Listen Live

HomeNewsCranbrook residents demonstrate against racial injustice

Cranbrook residents demonstrate against racial injustice

Despite rainy conditions, approximately 250 people gathered in downtown Cranbrook with masks, signs, and an intent to show solidarity with demonstrations being held around the world intended to draw attention to racial inequality locally and abroad.

Demonstrations began at Cranbrook’s downtown clock tower on Friday afternoon, but the crowd grew too large for the venue, and attendees moved over to Rotary Park.

“We honestly didn’t expect a turnout like this, we expected about 50 people and that was reaching for it,” said Michelle Chan, one of the event’s hosts. “The fact that our community has shown up and shown their support, and were peaceful and so loving, it touched my heart.”

The person that initially brought the idea of a demonstration to Cranbrook via a Facebook post said she did not expect such a strong showing of support.

- Advertisement -

“I thought it was appalling that we have such blatant racism in our community and no one was doing anything to raise awareness to it, especially with what’s going on in the U.S. and all over the world,” said Abbygail Ruzic. “When I first posted about it, I didn’t think I was going to get any support, I thought I was going to get laughed out of Cranbrook, but it’s really nice to see how many people turned up here.”

Chan said that she joined to bring awareness to racial injustices and inequality to Cranbrook.

“It was high time for us to address what’s going on globally, and I felt that as a human being, as a black woman, as an African woman, this was my chance to do what was expected of me and what I felt was right,” explained Chan.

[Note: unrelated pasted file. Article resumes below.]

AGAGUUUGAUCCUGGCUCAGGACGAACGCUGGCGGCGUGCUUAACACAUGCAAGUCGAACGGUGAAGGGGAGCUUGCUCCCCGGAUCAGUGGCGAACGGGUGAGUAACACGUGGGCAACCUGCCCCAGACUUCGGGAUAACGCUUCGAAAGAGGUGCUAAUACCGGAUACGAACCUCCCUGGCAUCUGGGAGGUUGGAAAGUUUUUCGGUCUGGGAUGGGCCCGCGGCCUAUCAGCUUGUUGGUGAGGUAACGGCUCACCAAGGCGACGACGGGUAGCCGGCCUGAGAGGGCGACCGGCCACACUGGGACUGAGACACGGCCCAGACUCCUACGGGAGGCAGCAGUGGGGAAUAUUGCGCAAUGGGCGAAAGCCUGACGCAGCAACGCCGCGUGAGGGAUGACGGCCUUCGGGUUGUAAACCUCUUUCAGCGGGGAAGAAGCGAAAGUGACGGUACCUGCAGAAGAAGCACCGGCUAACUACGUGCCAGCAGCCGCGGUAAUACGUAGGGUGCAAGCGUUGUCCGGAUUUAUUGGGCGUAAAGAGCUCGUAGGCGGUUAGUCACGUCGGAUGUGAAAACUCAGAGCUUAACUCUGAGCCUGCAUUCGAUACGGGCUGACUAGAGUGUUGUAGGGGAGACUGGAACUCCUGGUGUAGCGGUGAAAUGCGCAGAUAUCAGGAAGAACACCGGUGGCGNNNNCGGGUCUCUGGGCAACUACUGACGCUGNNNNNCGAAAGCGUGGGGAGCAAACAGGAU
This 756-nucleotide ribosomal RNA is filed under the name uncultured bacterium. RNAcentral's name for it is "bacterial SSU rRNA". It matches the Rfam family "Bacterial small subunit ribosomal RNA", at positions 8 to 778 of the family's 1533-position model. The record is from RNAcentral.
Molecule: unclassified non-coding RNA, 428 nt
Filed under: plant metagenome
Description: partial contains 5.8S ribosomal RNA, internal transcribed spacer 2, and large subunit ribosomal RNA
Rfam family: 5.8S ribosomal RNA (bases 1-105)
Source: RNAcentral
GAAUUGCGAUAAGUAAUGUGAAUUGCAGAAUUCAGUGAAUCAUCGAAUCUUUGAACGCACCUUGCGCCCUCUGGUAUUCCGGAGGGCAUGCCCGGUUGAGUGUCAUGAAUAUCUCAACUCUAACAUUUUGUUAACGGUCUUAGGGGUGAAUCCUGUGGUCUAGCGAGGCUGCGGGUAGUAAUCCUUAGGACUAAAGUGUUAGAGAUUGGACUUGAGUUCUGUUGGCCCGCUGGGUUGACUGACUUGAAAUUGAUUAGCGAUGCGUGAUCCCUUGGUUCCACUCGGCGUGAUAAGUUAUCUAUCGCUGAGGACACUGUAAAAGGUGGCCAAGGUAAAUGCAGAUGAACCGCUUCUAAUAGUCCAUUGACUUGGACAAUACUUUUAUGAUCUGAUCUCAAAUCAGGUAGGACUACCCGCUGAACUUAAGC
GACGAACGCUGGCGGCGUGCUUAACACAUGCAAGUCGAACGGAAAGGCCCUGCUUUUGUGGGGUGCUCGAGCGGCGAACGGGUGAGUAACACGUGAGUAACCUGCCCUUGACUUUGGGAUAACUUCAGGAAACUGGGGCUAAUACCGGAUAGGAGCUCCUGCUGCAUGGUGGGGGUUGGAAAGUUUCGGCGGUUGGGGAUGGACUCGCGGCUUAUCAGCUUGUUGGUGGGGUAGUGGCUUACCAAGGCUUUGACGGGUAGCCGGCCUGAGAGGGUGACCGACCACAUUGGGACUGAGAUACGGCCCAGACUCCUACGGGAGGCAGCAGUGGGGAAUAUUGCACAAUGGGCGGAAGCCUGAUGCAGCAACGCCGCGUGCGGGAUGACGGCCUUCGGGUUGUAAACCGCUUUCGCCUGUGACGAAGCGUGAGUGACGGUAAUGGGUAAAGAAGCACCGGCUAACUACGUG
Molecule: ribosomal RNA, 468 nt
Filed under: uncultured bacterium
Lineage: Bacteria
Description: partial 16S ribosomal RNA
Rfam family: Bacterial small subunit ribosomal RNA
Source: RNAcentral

Another one of the organizers said she got involved to bring awareness to racism against Indigenous people as well as show her support.

“We live in an area that acts like we are colorblind, yet colour impacts people of colour’s lives every single day, especially around here,” said Amanda Major, another event host. “I know many people that are afraid of natives here, they think they’re scary and dangerous and violent. That’s all not true, these are just prejudices that people have been taught at some point, and we have to unlearn them.”

Chan said that she has seen examples of bigotry locally as well, which she and other demonstrators feel needs to be addressed.

“There definitely is a problem, and most of the time its microaggressions. It’s things that are so subtle that when you go by it, it’s like, ‘oh that really did happen.’ Sometimes it’s really out there, and sometimes its really subtle, but I definitely think that it is a problem in Cranbrook. People tend to ignore it or brush it off and pretend it didn’t happen, but it exists,” said Chan.

Demonstrations began in the United States as a response to the death of George Floyd, a black man living in Minneapolis who was killed when a police officer, Derek Chauvin, held his knee on Floyd’s neck for almost nine minutes. Protests to show solidarity and raise awareness have since been held across Canada and the rest of the world.

Chan explained that showing support at demonstrations is a good first step towards equality, but much more work needs to be done.

“People need to take the time out to educate themselves and why this is a movement and why this is necessary and urgent, and why we need people’s support. There are very many resources that people need to utilize, be it Netflix movies or sitting down and doing research, but there’s a lot of unlearning that people need to do, and I think with them showing up today that was one of the first steps,” said Chan. “I definitely encourage people to take the time and sign petitions, contact their local council and do the actual work. As much as this ends today, the fight still continues.”

- Advertisment -
- Advertisment -
- Advertisment -

Continue Reading